Asia, the hub of world manufacturing, has some rethinking to do. There are two elements that might potentially change the face of manufacturing worldwide.

One is 3D printing which has been hogging the limelight of late. It features in Gartner's latest top 10 predictions on global IT market.

The other is a technology that might impact the manufacturing sector in a more significant and immediate way-it is the rise of small, flexible, reusable robots for industrial work.

Denmark's Universal Robots (UR) is one such company that makes these light-weight, flexible, and affordable robots. Interestingly, even though they have only recently entered Asia (their China office opened in 2011), they are expecting a phenomenal growth in the Asian market.

Impact of robotics on manufacturing

"You can say that there are certain challenges manufacturers are facing with labour and operational costs," says Shermine Gotfredsen, Business Development Manager, Universal Robots. "A lot of guidelines are being imposed on them. To look at the whole picture and to move ahead and to be competitive, they are looking at ways to be more cost competitive as well as productive, meaning to say that they want to produce more in the same given amount of time or with the same given amount of resources they have and the only way to do it is by automating. And if you look at how you can grow the businesses, it will be also in a way whereby ...if you start to automate and become productive, cost competitive and produce better quality product, then you can keep your manufacturing local. You don't have to move it to countries offshore and thereby making the people lose their jobs in the local market. In that sense, you can save jobs and be more competitive and actually create jobs in the long run but in other functions."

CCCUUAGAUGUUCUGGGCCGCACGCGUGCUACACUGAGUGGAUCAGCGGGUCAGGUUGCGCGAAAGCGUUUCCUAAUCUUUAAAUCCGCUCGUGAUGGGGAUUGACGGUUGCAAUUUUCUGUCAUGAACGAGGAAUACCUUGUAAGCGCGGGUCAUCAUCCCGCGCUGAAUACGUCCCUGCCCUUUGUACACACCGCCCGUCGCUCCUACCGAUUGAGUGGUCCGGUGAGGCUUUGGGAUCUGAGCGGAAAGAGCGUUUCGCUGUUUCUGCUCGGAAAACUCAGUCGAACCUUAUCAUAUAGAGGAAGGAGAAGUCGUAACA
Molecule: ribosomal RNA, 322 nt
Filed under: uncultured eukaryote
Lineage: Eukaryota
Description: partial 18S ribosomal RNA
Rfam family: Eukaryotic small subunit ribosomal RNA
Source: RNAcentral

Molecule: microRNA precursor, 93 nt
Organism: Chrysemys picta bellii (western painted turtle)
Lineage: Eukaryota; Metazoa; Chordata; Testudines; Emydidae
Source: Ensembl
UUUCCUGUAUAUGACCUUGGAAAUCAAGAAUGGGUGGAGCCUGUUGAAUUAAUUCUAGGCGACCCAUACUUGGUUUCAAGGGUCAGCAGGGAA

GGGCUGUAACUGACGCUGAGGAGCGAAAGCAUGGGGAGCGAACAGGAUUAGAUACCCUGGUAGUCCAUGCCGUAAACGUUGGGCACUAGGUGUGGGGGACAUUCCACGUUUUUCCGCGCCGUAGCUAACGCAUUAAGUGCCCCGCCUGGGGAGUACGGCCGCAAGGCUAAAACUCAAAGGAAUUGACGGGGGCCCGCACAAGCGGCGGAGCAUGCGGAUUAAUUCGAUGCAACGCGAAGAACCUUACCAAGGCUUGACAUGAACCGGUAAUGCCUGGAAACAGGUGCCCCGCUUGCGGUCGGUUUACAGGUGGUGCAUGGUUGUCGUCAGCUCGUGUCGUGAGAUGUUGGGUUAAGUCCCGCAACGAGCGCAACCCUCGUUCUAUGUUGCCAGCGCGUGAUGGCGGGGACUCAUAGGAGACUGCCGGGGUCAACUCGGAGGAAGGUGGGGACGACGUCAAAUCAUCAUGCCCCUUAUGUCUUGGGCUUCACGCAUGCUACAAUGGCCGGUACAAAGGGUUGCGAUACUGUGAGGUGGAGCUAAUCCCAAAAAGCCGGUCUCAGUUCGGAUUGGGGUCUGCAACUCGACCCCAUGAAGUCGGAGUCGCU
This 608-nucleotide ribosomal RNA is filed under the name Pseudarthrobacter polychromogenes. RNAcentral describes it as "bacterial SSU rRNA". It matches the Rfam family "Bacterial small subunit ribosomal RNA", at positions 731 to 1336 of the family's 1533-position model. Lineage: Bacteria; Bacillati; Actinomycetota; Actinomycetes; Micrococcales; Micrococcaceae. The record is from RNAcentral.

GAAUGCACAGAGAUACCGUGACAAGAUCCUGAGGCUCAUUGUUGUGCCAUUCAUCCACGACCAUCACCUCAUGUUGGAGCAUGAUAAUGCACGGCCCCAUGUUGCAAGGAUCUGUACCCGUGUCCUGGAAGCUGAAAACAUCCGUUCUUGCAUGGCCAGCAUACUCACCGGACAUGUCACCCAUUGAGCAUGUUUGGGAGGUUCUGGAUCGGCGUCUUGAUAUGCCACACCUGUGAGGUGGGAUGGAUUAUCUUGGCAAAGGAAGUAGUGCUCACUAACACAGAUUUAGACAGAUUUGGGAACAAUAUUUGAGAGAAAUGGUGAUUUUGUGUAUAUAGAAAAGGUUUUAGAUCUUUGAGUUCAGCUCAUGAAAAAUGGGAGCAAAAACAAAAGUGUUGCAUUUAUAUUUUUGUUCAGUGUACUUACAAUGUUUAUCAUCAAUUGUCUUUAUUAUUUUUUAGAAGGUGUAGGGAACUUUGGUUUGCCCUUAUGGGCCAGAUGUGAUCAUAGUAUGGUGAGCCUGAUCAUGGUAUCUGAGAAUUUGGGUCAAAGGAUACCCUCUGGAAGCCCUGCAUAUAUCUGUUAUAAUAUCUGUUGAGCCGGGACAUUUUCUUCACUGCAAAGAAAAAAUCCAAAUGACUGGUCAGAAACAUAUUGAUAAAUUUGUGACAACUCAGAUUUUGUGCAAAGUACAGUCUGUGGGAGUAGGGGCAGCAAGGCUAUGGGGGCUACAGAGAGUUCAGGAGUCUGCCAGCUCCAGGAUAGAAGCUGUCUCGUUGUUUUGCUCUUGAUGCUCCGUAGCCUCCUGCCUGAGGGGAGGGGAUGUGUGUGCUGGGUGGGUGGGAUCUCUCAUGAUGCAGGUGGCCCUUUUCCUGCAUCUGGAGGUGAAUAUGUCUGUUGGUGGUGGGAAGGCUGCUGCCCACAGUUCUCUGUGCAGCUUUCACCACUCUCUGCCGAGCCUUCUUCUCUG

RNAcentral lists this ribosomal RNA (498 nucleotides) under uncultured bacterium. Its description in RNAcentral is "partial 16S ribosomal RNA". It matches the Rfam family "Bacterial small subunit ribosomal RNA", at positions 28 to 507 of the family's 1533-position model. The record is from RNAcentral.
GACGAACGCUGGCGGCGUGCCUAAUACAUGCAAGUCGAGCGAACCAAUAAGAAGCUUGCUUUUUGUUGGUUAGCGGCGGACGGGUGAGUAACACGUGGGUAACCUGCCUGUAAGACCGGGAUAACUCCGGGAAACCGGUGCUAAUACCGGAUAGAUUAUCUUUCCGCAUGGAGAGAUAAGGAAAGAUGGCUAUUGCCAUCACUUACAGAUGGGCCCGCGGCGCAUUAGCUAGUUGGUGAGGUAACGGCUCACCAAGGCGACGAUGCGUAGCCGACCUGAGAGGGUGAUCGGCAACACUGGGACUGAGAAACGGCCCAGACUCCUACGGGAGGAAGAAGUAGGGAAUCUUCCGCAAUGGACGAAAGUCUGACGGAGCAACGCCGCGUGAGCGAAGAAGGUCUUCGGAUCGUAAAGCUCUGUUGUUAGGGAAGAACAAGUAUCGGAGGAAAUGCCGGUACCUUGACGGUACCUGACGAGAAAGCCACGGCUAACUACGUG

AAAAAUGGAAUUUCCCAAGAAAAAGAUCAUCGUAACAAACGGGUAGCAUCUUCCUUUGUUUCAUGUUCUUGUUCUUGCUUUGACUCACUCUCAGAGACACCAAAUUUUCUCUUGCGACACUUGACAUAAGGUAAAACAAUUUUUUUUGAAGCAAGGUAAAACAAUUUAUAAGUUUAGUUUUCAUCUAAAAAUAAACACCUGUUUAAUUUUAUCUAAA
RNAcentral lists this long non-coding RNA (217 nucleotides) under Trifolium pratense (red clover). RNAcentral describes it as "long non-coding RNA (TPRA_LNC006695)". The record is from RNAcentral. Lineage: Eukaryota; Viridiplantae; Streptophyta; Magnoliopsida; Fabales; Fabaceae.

This could be good news for Europe or America where traditional manufacturing has been on a downslide. But how about the workers in manufacturing in populous countries such as China, India, and other South East Asian economies? What will happen to them?

We will need to move them to the skilled labour category, says Gotfredsen. So the trend will be to re-train these people who are doing repetitive tasks day in and day out (to operate machines) and equip them with other skills.

Robotics and 3D

"I don't see any direct connection between the two technologies," says Enrico Krog Iversen, CEO of Universal Robots, about robotics and 3D printing. "3D printing and that way of manufacturing offers a lot of potential. I don't think it will have a lot of impact on the robots because no matter where the parts come from, they still need to be handled and assembled and that's what we do well with the robots. I think it will be a long time before you start seeing ...you don't print a complete two wheeler with a full tank ready to go on the road. I don't see that just around the corner yet."